We work with schools and park districts on their dead time for our practices. For example we use a local school and bank $X.X per hour per court for practices. The school has nothing in the gym and the staff is present in the school during clean-up, so this income is residual to them. Our primary practice facility that is owned by the Park District has a similar arrangement, except it advances to a different level. We host tournaments at this facility and pay them $X.X per hour per court. They also work and receive proceeds from the admission gate. Our club keeps a running tally on expense to tournaments, and as long as our expenses are covered, we issue refunds to some of the facilities in the form of gifts to schools that have members that are coaching for us.
In order to avoid double booking, we try and stay ahead and communicate a lot with facilities so we can be proactive on finding alternate sites when conflicts come up. We normally do not have too many issues since we have a strong line of communication. Most times last minute conflicts can be avoided.
Pros of using this system:
- You are able to keep costs down by using gym time that is not being used by other programs. Many gyms like to get tenants they can always count on.
- We don't have to worry about business expenses such as utilities, custodial, etc..
- We don't have personal capital financial outlay by funding a building for business purposes.
- There are ancillary items such as training machines, etc. that the facilities have for their programs we are able to access. For example the RiverPlex has 10 nice Sand Courts that we are able to use for our program.
Of course for all the good, yes there are some cons to not having your own facility:
- Creative scheduling needs to be done and we visit the schedule often to try and head off duplicate booking. With more communication we do not have to many problems.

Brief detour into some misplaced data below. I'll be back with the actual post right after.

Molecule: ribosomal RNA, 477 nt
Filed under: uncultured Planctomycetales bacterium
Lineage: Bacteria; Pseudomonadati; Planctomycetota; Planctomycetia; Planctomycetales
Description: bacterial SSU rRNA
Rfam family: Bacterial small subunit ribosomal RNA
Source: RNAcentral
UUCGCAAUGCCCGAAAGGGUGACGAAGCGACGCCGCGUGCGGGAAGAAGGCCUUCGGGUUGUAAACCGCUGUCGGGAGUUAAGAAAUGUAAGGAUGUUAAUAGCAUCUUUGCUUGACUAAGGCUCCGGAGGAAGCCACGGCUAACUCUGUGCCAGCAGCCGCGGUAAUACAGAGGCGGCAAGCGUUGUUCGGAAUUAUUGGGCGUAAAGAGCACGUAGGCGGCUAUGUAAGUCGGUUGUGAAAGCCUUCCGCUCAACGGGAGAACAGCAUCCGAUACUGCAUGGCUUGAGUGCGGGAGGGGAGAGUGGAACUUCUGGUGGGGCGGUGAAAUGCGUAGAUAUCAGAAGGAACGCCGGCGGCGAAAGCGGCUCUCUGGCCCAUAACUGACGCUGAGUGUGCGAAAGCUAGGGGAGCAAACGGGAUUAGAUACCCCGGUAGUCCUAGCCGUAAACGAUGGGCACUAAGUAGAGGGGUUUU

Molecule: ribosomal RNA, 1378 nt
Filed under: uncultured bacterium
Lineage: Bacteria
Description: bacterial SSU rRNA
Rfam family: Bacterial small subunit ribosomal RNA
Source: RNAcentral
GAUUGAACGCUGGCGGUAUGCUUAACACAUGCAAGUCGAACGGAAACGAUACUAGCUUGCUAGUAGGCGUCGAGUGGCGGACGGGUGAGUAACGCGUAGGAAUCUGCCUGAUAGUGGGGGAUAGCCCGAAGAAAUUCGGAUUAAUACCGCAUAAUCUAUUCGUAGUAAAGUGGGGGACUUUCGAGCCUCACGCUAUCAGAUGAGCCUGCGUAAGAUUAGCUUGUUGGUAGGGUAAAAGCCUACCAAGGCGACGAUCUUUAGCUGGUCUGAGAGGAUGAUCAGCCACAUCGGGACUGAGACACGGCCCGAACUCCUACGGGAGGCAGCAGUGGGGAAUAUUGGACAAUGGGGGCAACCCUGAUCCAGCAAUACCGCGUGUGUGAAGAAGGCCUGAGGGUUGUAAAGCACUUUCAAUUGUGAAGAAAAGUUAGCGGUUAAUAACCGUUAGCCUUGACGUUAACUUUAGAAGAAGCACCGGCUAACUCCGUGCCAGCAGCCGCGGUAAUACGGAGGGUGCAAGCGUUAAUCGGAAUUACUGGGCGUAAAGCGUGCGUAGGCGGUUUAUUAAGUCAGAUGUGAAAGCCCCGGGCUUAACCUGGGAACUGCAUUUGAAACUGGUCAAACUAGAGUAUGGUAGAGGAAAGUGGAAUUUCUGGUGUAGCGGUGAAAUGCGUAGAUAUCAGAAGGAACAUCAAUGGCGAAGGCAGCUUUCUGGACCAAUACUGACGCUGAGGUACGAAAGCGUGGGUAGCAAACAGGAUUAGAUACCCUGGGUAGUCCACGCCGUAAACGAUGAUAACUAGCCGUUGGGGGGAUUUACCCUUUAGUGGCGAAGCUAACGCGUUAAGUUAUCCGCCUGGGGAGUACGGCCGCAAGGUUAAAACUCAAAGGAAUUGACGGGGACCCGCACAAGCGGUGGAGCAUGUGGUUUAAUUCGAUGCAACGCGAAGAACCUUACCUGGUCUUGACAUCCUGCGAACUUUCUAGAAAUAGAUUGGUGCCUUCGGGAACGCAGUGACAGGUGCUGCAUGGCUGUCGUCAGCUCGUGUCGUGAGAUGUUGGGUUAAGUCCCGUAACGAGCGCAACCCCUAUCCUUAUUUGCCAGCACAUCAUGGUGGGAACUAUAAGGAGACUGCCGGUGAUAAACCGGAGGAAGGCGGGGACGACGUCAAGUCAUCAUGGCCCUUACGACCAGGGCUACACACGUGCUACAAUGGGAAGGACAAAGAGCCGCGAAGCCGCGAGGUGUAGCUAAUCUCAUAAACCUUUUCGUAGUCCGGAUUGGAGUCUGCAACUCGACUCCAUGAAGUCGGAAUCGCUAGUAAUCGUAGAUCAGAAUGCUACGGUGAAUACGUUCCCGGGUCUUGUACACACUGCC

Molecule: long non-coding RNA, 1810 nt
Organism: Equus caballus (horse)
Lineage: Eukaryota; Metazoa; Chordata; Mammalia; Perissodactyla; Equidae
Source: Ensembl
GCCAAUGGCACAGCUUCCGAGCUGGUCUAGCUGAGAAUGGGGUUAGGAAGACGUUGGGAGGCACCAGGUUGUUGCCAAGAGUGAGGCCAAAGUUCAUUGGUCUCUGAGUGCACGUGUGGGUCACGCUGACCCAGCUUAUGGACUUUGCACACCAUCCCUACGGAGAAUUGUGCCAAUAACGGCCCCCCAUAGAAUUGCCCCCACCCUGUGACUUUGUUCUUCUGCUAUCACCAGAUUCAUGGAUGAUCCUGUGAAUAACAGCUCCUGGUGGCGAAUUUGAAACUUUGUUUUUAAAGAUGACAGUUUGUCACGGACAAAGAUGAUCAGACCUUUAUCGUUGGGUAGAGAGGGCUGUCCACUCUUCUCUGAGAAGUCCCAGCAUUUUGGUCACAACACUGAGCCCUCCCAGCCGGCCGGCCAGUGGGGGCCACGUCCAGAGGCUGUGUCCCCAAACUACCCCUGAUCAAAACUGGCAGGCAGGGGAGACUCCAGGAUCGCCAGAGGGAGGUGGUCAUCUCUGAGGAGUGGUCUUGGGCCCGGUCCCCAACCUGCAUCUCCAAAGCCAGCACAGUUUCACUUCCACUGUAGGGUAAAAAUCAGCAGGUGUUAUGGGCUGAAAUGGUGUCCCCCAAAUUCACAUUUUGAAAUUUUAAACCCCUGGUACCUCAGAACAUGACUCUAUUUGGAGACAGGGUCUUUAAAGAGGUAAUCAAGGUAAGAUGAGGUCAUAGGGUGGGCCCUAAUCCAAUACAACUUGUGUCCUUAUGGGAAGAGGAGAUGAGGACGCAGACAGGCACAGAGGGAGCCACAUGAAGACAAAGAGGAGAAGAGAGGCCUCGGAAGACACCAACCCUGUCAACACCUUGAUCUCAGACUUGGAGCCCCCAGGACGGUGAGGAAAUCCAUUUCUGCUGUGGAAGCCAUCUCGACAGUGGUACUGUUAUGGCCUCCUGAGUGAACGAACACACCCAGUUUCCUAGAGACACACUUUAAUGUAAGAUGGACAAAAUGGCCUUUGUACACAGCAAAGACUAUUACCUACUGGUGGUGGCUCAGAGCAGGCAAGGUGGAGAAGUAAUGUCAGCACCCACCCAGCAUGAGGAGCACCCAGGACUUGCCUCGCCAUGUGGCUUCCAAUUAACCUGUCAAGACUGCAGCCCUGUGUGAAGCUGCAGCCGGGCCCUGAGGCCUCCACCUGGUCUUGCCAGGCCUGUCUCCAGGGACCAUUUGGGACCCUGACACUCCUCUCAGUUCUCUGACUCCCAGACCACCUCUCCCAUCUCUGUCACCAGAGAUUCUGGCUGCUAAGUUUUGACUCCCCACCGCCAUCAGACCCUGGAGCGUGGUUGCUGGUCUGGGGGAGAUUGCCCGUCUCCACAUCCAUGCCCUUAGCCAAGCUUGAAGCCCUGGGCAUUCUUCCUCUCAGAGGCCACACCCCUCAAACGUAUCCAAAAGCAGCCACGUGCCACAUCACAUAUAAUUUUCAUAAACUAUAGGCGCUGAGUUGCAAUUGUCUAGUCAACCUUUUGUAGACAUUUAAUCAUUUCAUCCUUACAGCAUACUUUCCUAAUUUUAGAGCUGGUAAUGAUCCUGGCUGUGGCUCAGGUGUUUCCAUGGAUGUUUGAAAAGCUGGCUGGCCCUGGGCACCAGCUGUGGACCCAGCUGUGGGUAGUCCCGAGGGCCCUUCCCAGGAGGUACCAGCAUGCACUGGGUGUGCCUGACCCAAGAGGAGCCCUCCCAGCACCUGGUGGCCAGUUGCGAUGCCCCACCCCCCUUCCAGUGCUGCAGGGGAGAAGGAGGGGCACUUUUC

- We dont have the luxury to say, this is our own home, but that doesn't seem important for parents that are wanting to meet a home budget.
- The distance between practice facilities can be challenging for a managing aspect, but we have a set location for our teams to practice that doesn't fluctuate.
- When we do not control the facility, you could have to deal with emergency changes that alter our schedule, but again our parents understand, and some having played with clubs that own their own facilities, that aspect doesn't seem important.
As long as clubs are good stewards in their community, and partner with local facilities, they should have no problem being successful without ever owning a facility. This model may not work for some, but it has worked with us. Feel free to call me at (309) 635-4179 or email at [email protected]any questions on this idea or others we have used. We are here to help and assist where we can.
For additional information on this topic view the PowerPoint from Tim's presentation at the 2007 AVCA Convention Grassroots Volleyball: Negotiating for Success with Facilities. A Total Community Effort
For more junior volleyball education for club directors and coaches, click here.